Marco Council to look into program incentivizing starter burrows for owls

Devan Patel
Marco Eagle
Pair of adult burrowing owls

Months after stiffening the penalties for its endangered species protection ordinance, the Marco Island City Council may explore a pilot program of sorts that would provide grants to individual property owners that put in and maintain starter burrows for burrowing owls.

The proposal brought forth by Councilor Jared Grifoni called for the city to budget $5,000 towards the program, which would reward good behavior.

“Rather than coming down on a citizen, it’ll show that if people do the right thing, it is recognized as well and welcomed,” Grifoni said.

As part of Grifoni’s proposal, property owners that take part would get a percentage of what the city budgeted for the program, which they could use to defer any costs or fees for participating.

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In January, the City Council approved increasing the protection zones for endangered species as well as the minimum fines for offenses.

Previously, offenders could be fined up to $500 but in some cases, the magistrate chose to only dole out $1 fines.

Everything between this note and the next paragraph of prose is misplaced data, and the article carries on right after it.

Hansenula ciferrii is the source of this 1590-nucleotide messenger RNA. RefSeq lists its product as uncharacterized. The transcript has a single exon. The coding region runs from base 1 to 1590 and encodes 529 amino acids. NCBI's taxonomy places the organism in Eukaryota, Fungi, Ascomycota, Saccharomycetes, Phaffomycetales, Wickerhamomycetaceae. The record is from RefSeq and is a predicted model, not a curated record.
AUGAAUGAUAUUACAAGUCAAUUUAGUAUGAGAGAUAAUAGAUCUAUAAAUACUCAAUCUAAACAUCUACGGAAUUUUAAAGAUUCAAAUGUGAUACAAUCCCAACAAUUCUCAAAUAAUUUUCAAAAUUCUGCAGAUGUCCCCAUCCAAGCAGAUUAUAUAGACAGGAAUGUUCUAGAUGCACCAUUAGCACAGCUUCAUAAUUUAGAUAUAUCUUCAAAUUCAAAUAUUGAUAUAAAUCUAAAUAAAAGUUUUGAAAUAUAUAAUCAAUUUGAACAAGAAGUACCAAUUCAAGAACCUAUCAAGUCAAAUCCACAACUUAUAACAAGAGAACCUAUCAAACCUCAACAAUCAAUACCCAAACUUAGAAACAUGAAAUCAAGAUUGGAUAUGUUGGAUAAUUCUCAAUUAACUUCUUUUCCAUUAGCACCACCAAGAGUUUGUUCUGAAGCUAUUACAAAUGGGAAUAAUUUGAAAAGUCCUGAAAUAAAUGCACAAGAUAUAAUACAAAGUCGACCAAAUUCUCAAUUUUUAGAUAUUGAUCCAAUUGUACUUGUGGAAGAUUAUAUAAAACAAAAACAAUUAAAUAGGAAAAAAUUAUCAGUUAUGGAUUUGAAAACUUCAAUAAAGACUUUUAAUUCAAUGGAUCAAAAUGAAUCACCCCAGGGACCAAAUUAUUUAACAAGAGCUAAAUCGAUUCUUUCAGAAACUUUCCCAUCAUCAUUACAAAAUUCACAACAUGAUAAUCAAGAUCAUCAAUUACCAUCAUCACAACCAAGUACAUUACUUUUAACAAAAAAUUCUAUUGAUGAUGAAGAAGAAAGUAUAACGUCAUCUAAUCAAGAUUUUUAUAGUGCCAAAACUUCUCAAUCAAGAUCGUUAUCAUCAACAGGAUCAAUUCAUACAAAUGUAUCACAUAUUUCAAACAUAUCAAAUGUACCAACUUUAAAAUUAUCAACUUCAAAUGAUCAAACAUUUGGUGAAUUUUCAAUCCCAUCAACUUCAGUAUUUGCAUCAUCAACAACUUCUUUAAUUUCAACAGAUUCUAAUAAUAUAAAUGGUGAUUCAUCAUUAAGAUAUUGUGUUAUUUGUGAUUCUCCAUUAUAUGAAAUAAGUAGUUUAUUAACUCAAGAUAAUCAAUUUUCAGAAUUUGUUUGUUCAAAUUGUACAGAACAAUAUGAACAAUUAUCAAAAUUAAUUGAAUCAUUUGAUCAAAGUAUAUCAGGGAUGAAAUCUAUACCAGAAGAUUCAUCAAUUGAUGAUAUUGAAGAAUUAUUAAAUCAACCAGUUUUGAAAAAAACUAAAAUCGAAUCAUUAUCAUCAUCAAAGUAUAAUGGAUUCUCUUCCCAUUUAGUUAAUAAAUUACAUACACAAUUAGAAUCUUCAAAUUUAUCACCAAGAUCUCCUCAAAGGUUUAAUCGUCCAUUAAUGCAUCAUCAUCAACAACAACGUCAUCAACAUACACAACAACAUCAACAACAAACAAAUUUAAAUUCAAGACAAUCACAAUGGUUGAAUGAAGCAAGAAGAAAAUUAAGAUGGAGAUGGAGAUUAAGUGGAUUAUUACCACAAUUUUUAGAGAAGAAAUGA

At that time of passing the increased protections for endangered species, Grifoni spoke of looking into ways to incentivize good behavior as a way of promoting compliance.

The burrows themselves would be set up by the Audubon Society of the Western Everglades.

“I think it’s a great idea in terms of looking for positive ways to incentivize landowners to help stabilize the population of burrowing owls on Marco Island,” Brad Cornell, of the Audubon Society, said.

While supportive of the concept, Councilor Howard Reed raised some concerns about a safe harbor agreement that would waive penalties for removing a burrow after five years.

Reed said that the duration was too long and if there were penalties, it may inhibit someone from taking part in the program.

“I think we need to make sure people aren’t signing up for more than they can promise,” Reed said.

Councilor Charlette Roman also opined whether a discussion about the program was better suited during the budget cycle.

With the Council in agreement that more details needed to be fleshed out, it greenlighted for the program to be investigated with the help of the city’s Beach and Coastal Resources Advisory Committee.

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